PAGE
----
Law and Ethics of Communication
Federal Shield Laws
There is a definite need for a federal shield law, to protect journalists from being held in contempt for not revealing their sources. A shield law is a statute that protects journalists from being forced to reveal confidential sources, from which information has been received. There are state shield laws in place right new for many states within the United States, however there are 15 states in the United States that have not yet adopted any type of shield law protecting against being held in contempt (Shield Laws). There are some great reasons why a federal shield law is a good idea. One main reason for the law is to create a set of rules for reporters to follow when gathering information for a story. These rules would help keep reporters from being held in contempt for not abiding by subpoenas. Another aspect of the shield law is that it would stop some confusion that occurs with the many state statues. The need for a federal shield law is there, but the question is how much should journalists be protected? Should journalists be able to gather information and be completely protected when the need arises for government officials to know the source of this information? Or, should journalists be forced to comply with the government and hand over all sources and findings?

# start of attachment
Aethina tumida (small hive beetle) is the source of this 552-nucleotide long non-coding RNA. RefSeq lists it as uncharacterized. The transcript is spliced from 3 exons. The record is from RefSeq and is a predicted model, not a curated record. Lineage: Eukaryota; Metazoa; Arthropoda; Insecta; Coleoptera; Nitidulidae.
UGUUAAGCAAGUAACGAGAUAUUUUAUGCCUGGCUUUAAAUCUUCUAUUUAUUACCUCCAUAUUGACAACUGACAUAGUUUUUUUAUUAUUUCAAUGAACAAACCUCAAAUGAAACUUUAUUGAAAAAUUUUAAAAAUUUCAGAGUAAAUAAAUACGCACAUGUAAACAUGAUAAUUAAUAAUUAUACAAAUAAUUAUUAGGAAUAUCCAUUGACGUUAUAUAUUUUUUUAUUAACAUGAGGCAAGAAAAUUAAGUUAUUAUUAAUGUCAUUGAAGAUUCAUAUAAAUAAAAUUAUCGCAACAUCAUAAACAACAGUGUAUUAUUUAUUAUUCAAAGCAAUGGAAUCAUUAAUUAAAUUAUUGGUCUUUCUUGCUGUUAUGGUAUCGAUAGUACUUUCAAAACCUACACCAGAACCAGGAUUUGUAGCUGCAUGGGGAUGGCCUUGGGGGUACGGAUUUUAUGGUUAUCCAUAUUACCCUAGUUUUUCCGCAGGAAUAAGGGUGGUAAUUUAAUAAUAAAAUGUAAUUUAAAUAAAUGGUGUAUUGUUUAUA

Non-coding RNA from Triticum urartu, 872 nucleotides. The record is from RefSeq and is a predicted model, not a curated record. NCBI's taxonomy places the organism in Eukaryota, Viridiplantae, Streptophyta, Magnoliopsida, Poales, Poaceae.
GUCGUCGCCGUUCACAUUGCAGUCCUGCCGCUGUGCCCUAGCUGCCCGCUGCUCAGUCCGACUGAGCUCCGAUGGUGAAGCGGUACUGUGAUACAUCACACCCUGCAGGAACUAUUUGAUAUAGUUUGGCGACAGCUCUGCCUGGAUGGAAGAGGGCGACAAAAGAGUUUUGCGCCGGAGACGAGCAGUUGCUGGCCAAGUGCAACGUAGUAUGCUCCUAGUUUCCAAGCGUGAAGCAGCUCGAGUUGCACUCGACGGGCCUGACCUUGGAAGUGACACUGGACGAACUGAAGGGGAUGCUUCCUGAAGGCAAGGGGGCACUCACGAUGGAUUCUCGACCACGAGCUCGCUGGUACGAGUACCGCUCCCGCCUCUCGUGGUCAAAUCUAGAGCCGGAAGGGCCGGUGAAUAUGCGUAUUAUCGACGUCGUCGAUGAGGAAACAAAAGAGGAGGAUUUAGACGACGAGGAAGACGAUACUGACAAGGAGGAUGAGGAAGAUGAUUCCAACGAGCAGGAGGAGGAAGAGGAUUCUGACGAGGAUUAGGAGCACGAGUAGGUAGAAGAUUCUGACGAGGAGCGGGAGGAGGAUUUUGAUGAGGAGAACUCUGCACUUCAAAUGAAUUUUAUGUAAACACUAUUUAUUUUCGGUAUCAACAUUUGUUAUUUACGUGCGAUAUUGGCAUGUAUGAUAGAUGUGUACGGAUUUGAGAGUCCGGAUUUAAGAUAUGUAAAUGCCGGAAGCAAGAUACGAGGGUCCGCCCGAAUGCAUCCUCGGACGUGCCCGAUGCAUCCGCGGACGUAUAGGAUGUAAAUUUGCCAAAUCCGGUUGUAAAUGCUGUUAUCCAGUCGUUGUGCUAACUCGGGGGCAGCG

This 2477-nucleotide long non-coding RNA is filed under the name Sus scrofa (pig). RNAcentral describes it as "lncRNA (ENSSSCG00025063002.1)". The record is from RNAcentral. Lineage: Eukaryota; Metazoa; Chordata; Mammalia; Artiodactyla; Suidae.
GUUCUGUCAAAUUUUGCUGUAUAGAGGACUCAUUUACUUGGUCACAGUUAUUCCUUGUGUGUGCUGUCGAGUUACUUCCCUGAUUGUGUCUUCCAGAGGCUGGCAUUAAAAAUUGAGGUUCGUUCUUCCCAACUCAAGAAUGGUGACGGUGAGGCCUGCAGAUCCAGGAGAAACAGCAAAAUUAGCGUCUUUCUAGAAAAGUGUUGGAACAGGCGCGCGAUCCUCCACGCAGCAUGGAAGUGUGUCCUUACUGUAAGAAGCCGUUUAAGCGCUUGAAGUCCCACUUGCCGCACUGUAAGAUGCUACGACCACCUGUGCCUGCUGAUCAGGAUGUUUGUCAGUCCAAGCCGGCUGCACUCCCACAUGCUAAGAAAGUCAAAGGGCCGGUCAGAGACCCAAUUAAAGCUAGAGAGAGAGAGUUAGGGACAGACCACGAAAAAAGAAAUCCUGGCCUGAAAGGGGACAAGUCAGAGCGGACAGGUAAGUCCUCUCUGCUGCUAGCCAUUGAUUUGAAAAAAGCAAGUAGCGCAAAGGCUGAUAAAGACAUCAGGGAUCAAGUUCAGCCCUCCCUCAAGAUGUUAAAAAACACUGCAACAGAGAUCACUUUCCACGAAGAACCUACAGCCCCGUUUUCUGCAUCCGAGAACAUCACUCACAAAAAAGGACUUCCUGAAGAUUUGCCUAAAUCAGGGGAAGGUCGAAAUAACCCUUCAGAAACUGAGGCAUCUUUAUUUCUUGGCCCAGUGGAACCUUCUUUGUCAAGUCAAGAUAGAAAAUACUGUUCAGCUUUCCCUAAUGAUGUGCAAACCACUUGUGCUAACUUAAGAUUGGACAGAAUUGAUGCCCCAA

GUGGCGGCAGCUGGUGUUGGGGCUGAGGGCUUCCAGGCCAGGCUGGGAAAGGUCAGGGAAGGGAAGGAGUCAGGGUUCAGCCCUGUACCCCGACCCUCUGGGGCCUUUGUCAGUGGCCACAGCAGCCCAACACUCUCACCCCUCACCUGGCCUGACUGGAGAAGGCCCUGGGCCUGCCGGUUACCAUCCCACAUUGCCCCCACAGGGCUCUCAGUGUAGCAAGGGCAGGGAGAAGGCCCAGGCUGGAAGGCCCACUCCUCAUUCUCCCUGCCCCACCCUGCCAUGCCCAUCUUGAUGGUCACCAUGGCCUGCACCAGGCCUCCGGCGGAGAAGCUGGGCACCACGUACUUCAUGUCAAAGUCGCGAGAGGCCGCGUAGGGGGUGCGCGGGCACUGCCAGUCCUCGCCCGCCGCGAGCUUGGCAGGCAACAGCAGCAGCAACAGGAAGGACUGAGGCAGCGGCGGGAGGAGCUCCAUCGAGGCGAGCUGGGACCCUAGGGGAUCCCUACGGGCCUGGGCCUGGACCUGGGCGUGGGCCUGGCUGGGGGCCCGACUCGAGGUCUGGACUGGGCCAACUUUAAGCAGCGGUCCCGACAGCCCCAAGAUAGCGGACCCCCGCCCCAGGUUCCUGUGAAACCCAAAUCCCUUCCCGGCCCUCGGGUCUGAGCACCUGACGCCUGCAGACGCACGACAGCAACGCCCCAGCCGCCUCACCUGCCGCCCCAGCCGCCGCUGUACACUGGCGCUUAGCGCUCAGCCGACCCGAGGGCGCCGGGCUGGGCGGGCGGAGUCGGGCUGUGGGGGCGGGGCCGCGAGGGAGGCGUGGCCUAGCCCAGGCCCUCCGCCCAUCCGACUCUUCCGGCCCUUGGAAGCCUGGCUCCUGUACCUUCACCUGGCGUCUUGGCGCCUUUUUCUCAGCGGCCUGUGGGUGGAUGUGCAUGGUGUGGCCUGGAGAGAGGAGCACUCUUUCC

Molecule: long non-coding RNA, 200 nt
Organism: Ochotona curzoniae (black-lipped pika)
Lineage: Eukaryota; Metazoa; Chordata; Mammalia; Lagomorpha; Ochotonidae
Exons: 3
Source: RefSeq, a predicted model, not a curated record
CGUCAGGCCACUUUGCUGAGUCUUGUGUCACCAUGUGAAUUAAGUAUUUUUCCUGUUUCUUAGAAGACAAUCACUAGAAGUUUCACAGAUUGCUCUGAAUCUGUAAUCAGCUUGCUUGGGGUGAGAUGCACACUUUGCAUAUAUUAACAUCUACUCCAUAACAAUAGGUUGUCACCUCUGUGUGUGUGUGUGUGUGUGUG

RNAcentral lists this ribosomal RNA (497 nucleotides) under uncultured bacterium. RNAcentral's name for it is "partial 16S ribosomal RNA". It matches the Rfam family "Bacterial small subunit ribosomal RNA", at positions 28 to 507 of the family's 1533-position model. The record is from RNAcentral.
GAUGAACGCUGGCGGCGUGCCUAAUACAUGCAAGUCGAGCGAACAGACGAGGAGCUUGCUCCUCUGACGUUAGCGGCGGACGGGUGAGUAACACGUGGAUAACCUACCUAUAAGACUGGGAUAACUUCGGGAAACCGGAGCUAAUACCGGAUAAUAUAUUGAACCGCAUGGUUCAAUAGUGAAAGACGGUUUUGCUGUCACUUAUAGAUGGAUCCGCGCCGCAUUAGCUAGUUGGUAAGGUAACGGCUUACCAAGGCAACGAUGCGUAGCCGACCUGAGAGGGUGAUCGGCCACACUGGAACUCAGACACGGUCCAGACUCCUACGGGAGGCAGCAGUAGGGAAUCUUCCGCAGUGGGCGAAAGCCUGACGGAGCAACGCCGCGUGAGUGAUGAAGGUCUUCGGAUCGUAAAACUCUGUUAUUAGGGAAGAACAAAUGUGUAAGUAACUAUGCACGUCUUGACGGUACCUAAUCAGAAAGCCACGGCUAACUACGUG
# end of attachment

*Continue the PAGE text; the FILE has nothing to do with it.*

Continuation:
There are many different state statutes regarding the confidentiality of a source. A problem with these statutes is that they cause a lot of confusion. Does the statute apply for a crime that occurs in that state, is the statute pertaining to where the person lives who wrote the story, or does it apply to the state that the confidential source resides? In the past few years, the internet has become a main source of information for our citizens. Journalists who write and post on the internet can also have confidential sources and this causes some major confusion when the stories written are from many...
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